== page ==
The Law Society has criticised a government plan to raise the small claims limit for personal injury claims to £5,000 and stop compensation payments for road traffic ‘minor’ soft tissue injuries.
Responding to the proposals, Law Society president Jonathan Smithers said:
‘The Law Society is gravely concerned that these proposals will completely undermine the right of ordinary citizens to receive full and proper compensation from those that have injured them through negligence. These proposals will stop people obtaining legal advice for all personal injury claims below £5,000 and stop people claiming for often debilitating injuries arising from road traffic accidents if these injuries are considered minor.
‘This is a fivefold increase in the present level of cases currently within the small claims procedure, benefiting those who have negligently harmed people and will result in more people trying to work their way through a complex court system without any legal advice. People recovering from their injuries will have to bring claims as litigants in person (without any legal advice) and this can be very unfair because those defending the claims can often afford to pay for legal advice. This therefore undermines ordinary people’s ability to access justice. Especially if defendants simply deny liability forcing people to fight through the courts without legal help.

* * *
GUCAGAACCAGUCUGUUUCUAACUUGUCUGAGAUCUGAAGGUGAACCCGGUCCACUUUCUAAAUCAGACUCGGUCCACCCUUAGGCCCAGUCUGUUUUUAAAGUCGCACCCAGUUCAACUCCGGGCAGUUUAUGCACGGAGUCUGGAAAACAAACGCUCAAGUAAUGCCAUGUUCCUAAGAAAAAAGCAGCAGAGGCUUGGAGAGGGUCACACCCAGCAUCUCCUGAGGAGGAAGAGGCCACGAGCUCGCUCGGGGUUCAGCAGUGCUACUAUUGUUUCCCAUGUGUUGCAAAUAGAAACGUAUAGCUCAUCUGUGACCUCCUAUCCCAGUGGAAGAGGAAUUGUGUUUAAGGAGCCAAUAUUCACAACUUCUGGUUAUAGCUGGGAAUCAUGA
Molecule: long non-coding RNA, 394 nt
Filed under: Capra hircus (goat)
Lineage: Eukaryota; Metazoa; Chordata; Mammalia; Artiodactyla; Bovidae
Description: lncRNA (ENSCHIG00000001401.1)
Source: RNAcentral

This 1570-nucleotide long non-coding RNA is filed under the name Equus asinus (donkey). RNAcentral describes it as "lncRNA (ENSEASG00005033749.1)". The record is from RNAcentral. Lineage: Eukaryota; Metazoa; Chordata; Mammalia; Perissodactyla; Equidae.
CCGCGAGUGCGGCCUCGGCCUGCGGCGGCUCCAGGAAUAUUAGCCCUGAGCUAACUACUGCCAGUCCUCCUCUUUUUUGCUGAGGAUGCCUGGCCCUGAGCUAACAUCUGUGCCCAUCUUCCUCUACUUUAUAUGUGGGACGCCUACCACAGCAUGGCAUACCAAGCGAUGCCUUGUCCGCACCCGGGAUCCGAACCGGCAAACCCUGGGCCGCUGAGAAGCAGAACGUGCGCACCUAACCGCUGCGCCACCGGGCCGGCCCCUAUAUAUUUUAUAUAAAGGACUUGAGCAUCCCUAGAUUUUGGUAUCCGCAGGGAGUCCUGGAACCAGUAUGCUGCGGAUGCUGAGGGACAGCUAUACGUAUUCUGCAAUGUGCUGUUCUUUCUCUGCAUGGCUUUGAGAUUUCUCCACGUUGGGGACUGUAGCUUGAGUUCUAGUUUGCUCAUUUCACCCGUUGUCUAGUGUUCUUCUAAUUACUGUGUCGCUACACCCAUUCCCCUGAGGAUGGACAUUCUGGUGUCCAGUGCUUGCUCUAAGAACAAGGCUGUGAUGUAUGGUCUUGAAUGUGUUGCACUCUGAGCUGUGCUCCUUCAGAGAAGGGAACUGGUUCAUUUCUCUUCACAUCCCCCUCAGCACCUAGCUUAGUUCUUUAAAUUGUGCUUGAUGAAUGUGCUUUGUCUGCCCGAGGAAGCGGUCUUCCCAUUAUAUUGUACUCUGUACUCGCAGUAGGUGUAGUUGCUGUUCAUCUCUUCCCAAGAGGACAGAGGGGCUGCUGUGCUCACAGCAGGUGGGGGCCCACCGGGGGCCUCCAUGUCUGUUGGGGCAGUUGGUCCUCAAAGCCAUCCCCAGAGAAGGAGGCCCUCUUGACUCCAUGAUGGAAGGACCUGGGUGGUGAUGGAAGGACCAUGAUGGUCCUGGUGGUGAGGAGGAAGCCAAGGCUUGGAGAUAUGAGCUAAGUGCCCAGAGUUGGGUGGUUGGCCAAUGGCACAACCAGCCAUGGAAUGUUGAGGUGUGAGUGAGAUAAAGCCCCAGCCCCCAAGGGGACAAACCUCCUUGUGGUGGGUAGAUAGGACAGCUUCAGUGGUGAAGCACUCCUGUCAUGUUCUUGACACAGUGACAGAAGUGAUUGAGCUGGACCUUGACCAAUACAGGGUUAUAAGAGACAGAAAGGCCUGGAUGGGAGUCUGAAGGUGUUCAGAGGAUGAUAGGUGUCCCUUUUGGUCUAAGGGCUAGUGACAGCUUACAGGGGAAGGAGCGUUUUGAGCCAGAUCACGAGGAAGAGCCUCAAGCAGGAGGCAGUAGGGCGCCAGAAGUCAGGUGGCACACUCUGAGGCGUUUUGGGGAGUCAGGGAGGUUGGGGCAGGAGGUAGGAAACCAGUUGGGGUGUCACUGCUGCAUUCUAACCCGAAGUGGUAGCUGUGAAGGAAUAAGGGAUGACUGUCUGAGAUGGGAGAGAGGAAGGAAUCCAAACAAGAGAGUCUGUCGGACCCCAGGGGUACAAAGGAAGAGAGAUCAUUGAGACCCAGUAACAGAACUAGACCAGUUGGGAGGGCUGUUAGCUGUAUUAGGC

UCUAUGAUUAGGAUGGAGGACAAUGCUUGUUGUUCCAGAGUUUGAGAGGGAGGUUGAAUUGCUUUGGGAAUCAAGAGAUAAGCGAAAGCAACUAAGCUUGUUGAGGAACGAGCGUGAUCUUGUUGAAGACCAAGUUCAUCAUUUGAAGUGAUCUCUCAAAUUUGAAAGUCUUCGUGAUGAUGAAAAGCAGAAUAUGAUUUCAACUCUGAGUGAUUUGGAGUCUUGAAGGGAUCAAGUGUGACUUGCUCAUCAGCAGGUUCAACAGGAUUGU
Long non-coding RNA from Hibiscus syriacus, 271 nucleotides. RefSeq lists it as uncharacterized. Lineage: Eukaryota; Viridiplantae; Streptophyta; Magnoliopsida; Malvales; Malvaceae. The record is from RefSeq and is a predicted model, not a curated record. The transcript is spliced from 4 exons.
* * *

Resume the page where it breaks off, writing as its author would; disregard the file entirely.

‘Personal injury claims, even lower value claims, can include serious injuries arising from the fault of an employer or other road traffic accidents where legal rights can be very complex and the injuries caused debilitating. A new limit of £5000 will mean personal injuries including facial scarring would be considered as ’small claims’. This is totally unacceptable.
‘These proposals are not, as stated, about stopping fraudulent claims. Fraudulent claims are clearly repellent but they should be dealt with by targeting the fraudsters and not the vast majority of honest claimants who have been injured and bring genuine claims.
‘We await the detail of the government’s proposals. And we will be responding to the consultation robustly.’